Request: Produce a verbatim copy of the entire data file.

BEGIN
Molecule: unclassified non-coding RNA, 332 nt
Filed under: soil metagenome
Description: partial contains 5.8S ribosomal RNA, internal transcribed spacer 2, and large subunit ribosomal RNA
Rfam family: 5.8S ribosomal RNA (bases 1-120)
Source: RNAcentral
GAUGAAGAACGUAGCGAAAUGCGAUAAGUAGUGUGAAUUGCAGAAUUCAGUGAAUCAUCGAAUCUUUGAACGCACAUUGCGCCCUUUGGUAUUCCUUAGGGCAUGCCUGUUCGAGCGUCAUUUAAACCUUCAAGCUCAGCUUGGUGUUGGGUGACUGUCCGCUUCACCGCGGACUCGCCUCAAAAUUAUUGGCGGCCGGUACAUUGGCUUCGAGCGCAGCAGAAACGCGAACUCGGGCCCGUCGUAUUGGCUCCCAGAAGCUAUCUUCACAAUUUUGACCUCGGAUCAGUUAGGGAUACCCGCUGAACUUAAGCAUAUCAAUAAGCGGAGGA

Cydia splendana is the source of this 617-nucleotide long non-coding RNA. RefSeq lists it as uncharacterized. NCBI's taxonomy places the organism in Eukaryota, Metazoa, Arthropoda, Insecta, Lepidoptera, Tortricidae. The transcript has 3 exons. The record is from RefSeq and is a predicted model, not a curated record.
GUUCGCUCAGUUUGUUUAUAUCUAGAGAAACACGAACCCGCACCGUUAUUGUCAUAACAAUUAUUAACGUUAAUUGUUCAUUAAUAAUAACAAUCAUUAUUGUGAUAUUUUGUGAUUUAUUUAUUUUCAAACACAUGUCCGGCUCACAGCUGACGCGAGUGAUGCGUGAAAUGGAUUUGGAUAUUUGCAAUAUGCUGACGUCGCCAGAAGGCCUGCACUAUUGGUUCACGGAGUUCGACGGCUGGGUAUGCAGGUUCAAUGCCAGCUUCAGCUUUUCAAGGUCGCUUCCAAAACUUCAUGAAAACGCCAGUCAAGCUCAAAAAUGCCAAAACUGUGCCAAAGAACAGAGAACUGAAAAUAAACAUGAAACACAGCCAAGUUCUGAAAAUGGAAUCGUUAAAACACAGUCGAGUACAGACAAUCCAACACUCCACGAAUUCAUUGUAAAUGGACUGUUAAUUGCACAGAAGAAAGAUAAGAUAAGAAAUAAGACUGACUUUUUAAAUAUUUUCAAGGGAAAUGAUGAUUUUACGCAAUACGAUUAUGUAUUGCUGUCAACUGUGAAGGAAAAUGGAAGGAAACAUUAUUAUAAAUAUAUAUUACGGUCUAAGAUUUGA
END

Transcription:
Molecule: unclassified non-coding RNA, 332 nt
Filed under: soil metagenome
Description: partial contains 5.8S ribosomal RNA, internal transcribed spacer 2, and large subunit ribosomal RNA
Rfam family: 5.8S ribosomal RNA (bases 1-120)
Source: RNAcentral
GAUGAAGAACGUAGCGAAAUGCGAUAAGUAGUGUGAAUUGCAGAAUUCAGUGAAUCAUCGAAUCUUUGAACGCACAUUGCGCCCUUUGGUAUUCCUUAGGGCAUGCCUGUUCGAGCGUCAUUUAAACCUUCAAGCUCAGCUUGGUGUUGGGUGACUGUCCGCUUCACCGCGGACUCGCCUCAAAAUUAUUGGCGGCCGGUACAUUGGCUUCGAGCGCAGCAGAAACGCGAACUCGGGCCCGUCGUAUUGGCUCCCAGAAGCUAUCUUCACAAUUUUGACCUCGGAUCAGUUAGGGAUACCCGCUGAACUUAAGCAUAUCAAUAAGCGGAGGA

Cydia splendana is the source of this 617-nucleotide long non-coding RNA. RefSeq lists it as uncharacterized. NCBI's taxonomy places the organism in Eukaryota, Metazoa, Arthropoda, Insecta, Lepidoptera, Tortricidae. The transcript has 3 exons. The record is from RefSeq and is a predicted model, not a curated record.
GUUCGCUCAGUUUGUUUAUAUCUAGAGAAACACGAACCCGCACCGUUAUUGUCAUAACAAUUAUUAACGUUAAUUGUUCAUUAAUAAUAACAAUCAUUAUUGUGAUAUUUUGUGAUUUAUUUAUUUUCAAACACAUGUCCGGCUCACAGCUGACGCGAGUGAUGCGUGAAAUGGAUUUGGAUAUUUGCAAUAUGCUGACGUCGCCAGAAGGCCUGCACUAUUGGUUCACGGAGUUCGACGGCUGGGUAUGCAGGUUCAAUGCCAGCUUCAGCUUUUCAAGGUCGCUUCCAAAACUUCAUGAAAACGCCAGUCAAGCUCAAAAAUGCCAAAACUGUGCCAAAGAACAGAGAACUGAAAAUAAACAUGAAACACAGCCAAGUUCUGAAAAUGGAAUCGUUAAAACACAGUCGAGUACAGACAAUCCAACACUCCACGAAUUCAUUGUAAAUGGACUGUUAAUUGCACAGAAGAAAGAUAAGAUAAGAAAUAAGACUGACUUUUUAAAUAUUUUCAAGGGAAAUGAUGAUUUUACGCAAUACGAUUAUGUAUUGCUGUCAACUGUGAAGGAAAAUGGAAGGAAACAUUAUUAUAAAUAUAUAUUACGGUCUAAGAUUUGA